Difference Between Photoperiodism and Vernalization


Photoperiodism refers to the response of plants to the lengths of dark and light periods. Many flowering plants (Angiosperms) use a photoreceptor protein such as phytochrome or crytochrome to sense changes in their environment as far night or day length is concerned, which they take as signals a to flower.

 Vernalization is the artificial exposure of plants (or seeds) to low temperatures in order to stimulate flowering or to enhance seed production. Usually, plant that require to be vernalized need to be exposed to a certain number of days of cold temperatures below a certain threshold. The required temperature and lengths of chilling depend on the plant species and variety.

For many perennial plants such as fruit tree species, a period of cold is needed first to induce dormancy and then later, after the requisite period of time, re-emerge from that dormancy prior to flowering. Examples of plants or crops that have vernalization requirement include: apples, peaches, tulips, hyacinths, crocus, daffodils, garlic and winter cereals such as wheat. Biennial plants like hollyhocks, foxgloves, carrots and kale produce only vegetative growth (stems, leaves and roots) during their first year then produce flowers and seeds after vernalization over the winter.

Significance of Photoperiodism And Vernalization

  • Both are physiological processes substituting or compensating the effect of thermophase.
  • Both help in crop improvement.
  • It increases the resistance of the plants to the fungal diseases.
  • They help to shorten the vegetative period of the plant.

READ FURTHER: Difference Between Photoperiodism and Vernalization

Photoperiodism Vs. Vernalization In Tabular Form

Description Photoperiodism is the induction of flowering in plants by subjecting them to the appropriate photoperiods that is dark and light periods.   Vernalization is the process of preparing plants for perceiving stimulus for flower induction by subjecting them to cold temperatures.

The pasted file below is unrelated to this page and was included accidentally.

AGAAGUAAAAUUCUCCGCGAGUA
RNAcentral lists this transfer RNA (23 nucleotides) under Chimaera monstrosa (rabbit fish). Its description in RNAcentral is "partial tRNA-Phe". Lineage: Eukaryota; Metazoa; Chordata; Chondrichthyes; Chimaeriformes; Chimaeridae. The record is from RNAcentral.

Reversal or Nullification of the process Photoperiodic induction cannot be nullified or reversed by exposure to unfavorable photoperiods. Vernalized plants can easily be devernalized by subjecting them to high high temperature (about 40 degrees Celsius).  
Appropriate Condition Subjection of plants to two or three appropriate photoperiods is only what is required to induce flowering.   Subjection of plants to low temperature (between 2 to12 degrees Celsius) for about 50 days is only what is required to induce flowering.
Induction Of Flowering Phototropism provides both stimulus and induction of flowering.   Vernalization does not induce flowering, it only prepares the plant for perceiving stimulus.  
Hypothetical Hormone That Mediates the Process Photoperiodism is mediated through a hypothetical hormone referred to as florigen.     Vernalization is mediated through a hypothetical hormone referred to as vernalin which is thought to induce the synthesis of florigen in plants.
Gibberellic Acid Gibberellic acid can replace exposure to long photoperiods only in long day plants.       Gibberellic acid can replace cold treatment to induce vernalization in all plants.
The Stimuli The stimuli induced by light in photoperiodism are received only by green leaves. The stimuli induced by the cold exposure in the vernalization process are received by leaves, meristem and embryos.
The Stimuli The stimuli itself successfully induces flowering.   The stimulus itself does not induce flowering, it must also be followed by appropriate photoperiod and temperature.  

What Are Some Of The Similarities Between Photoperiodism And Vernalization?

  1. Both processes can take place artificially or naturally.
  2. Both photoperiodism and vernalization processes are mediated through hormones.
  3. Both are physiological processes.
  4. Both vernalization and photoperiodism influence flowering in plants.

Applications Of Vernalization

  • In the biennials, vernilization induces early flowering and early fruit setting.
  • Vernalization can be used to convert winter crop varieties into spring varieties.
  • Used in horticulture to induce flowering by grafting vernalized shoot apex with a non-vernalized shoot apex.